Iraq War Veteran Charged, Accused Of Threats
JESSUP — An Operation Iraqi Freedom veteran who says he’s struggling with post-traumatic stress disorder faces charges after a string of threats made against his wife and a pastor in Blakely, Lackawanna County detectives said Monday.
Frank Ball, 42, 808 Main St., Dickson City, threatened to harm himself and others during a disturbance Nov. 29 at the Jessup home he shared with his wife, Mary Ellen Ball. She discovered a handgun underneath his pillow and called Jessup police, who filed paperwork to have Mr. Ball evaluated, Chief Detective Joseph Jordan wrote in a criminal complaint.
Mrs. Ball obtained a protection-from-abuse order on Wednesday after learning he had been released from the hospital. Efforts to reach Mrs. Ball were unsuccessful.
Mr. Ball told investigators he has problems with PTSD, Chief Jordan said. He turned himself in Sunday and was the “perfect gentleman.”
“We’re concerned for his safety,” Chief Jordan said.
Mr. Ball enlisted in the Navy on Dec. 30, 1999, and was separated from the military on Sept. 11, 2011, at the rank of petty officer 2nd class. He served in Kuwait — at Navy Central Command in Kuwait City from Aug. 2, 2003, through Aug. 12, 2003 — then in Iraq with the Navy Expeditionary Logistics Support Force from Sept. 12, 2005, through May 1, 2006. The Navy decorated him nine times during his service, which included the Navy/Marine Corps Achievement Medal and the Navy Reserve Meritorious Service Medal.
He and his wife married June 22, 2007.
Recently, Mr. Ball began acting strangely, detectives said.
In July, Mr. Ball posted several things to Facebook directed toward the Rev. Terry Drost of the Peckville Assembly of God Church in Blakely.
Why Mr. Ball was angry with the Rev. Drost was not clear Monday. Attempts to reach the Rev. Drost were unsuccessful.
Mr. Ball posted images of a body bag, a rifle, references to dragging body bags through the woods, videos of terrorist beheadings and Islamic State-related images. Mrs. Ball told detectives during a Friday interview she once smelled gasoline in her house and found a gas can with no lid. Mr. Ball had burned a Bible and posted a video to Facebook, but soon took it down, she said.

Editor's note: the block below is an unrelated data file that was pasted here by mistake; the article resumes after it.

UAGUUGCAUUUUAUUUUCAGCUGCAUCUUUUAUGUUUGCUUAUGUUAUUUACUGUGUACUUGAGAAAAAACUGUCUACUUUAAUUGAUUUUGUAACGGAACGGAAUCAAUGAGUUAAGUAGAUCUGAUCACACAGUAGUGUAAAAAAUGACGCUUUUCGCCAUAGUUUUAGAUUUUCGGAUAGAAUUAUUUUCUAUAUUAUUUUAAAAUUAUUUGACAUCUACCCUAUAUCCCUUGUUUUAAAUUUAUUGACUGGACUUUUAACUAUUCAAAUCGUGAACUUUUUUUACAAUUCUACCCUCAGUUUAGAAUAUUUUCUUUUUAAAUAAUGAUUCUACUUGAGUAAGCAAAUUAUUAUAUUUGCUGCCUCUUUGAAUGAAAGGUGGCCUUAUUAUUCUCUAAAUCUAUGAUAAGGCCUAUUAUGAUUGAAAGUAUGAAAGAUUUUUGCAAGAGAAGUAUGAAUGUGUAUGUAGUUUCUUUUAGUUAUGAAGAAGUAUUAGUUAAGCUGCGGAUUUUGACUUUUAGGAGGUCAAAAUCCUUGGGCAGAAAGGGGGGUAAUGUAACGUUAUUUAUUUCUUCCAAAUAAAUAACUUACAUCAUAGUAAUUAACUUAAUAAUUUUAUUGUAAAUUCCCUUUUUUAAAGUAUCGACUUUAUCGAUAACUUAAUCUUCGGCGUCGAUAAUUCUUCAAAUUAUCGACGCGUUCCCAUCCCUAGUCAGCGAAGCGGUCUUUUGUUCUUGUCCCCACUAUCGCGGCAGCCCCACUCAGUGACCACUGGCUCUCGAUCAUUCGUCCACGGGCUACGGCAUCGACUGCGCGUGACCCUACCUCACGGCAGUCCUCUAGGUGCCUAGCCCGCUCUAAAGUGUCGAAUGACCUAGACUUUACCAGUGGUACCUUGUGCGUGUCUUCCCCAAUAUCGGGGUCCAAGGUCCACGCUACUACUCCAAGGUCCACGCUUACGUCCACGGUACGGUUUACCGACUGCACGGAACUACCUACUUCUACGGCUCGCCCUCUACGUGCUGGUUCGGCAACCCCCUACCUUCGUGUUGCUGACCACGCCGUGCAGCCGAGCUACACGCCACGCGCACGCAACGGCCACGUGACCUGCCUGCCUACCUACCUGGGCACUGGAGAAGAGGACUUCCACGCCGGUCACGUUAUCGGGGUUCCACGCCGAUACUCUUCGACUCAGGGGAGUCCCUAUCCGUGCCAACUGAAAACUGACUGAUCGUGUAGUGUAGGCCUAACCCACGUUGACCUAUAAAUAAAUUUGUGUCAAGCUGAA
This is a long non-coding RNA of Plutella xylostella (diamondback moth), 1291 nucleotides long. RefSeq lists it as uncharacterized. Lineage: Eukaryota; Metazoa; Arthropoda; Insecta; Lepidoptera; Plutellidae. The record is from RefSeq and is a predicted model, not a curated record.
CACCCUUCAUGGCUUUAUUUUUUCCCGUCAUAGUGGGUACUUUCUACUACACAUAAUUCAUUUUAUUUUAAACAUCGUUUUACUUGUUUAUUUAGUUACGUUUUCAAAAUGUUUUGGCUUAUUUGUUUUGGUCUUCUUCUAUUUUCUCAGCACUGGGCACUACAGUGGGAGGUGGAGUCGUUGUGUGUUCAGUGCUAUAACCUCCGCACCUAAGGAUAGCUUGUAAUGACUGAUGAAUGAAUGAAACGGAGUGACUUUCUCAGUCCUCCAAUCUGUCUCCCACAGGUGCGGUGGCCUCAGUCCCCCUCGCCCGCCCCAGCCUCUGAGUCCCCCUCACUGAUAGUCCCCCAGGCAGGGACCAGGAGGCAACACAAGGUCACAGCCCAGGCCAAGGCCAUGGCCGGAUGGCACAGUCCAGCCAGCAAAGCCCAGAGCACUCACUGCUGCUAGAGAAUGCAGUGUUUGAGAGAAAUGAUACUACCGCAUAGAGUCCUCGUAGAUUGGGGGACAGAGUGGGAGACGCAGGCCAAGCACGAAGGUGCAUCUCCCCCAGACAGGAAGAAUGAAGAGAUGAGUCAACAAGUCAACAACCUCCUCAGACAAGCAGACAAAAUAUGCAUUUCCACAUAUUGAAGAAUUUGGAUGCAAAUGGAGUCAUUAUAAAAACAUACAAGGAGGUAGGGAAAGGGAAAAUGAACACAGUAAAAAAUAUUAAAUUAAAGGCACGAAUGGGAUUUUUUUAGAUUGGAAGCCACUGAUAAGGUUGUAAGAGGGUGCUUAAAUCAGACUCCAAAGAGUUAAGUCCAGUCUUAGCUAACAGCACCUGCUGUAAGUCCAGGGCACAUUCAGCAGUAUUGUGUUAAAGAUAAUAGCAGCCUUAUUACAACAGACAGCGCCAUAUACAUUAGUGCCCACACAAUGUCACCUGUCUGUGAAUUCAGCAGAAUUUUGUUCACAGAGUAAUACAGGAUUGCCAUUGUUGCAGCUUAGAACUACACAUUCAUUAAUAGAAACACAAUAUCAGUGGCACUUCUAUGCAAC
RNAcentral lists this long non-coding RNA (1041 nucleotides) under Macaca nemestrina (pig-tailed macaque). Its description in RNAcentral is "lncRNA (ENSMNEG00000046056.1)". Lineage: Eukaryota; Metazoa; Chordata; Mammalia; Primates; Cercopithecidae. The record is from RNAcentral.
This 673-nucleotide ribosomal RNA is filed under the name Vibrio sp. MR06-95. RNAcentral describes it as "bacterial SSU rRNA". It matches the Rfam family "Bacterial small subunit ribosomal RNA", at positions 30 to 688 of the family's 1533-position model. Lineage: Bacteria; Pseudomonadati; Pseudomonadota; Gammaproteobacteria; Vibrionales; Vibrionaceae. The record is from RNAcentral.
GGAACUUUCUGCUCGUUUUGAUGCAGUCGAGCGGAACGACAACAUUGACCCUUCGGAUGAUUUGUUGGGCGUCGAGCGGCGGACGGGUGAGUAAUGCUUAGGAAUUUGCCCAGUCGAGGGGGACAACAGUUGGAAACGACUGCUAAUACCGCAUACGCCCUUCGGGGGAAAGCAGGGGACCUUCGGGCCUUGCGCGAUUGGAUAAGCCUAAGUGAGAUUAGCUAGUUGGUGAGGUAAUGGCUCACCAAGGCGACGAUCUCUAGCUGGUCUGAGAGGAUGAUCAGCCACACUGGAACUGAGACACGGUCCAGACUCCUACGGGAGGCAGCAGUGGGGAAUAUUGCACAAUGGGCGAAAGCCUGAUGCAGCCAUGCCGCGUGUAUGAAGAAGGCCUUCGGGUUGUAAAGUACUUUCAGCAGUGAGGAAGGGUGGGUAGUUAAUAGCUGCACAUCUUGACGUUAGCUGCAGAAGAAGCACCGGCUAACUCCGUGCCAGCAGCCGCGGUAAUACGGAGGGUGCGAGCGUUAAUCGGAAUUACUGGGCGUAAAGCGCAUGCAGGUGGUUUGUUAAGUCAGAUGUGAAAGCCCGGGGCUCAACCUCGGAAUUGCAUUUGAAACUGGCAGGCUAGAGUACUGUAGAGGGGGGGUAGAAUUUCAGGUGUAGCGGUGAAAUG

Mr. Ball surrendered his Ruger semi-automatic handgun once he was served with the PFA and signed a form stating he has no access to firearms.
However, there were indications that Mr. Ball had another firearm.
“My new toy, yeppers I love it,” Mr. Ball posted to Facebook in July showing a picture of a rifle.
Mrs. Ball told detectives she never saw a rifle. If he had one, he hid it in the garage, where he spent most of his time.
On Friday, members at the Clarks Green Assembly of God complained to the South Abington Twp. Police Department that Mr. Ball, who had attended the church since July, acted strangely and was seen pacing in the parking lot. Two parishioners reported seeing a rifle in the back of his Hyundai Sonata, much like the one displayed in the Facebook post in July, detectives said. Authorities had not found a rifle as of Monday, Chief Jordan said.
An investigation did not uncover any evidence Mr. Ball planned to commit further crimes, Chief Jordan said. Authorities said they want to get Mr. Ball help.
Mr. Ball is charged with misdemeanor counts of terroristic threats, harassment and stalking with the intent to cause emotional distress.
He is in Lackawanna County Prison in lieu of $50,000 bail. A preliminary hearing is scheduled for Monday.
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Editor’s note: The above article was changed to correct an error in Mr. Ball’s military service.
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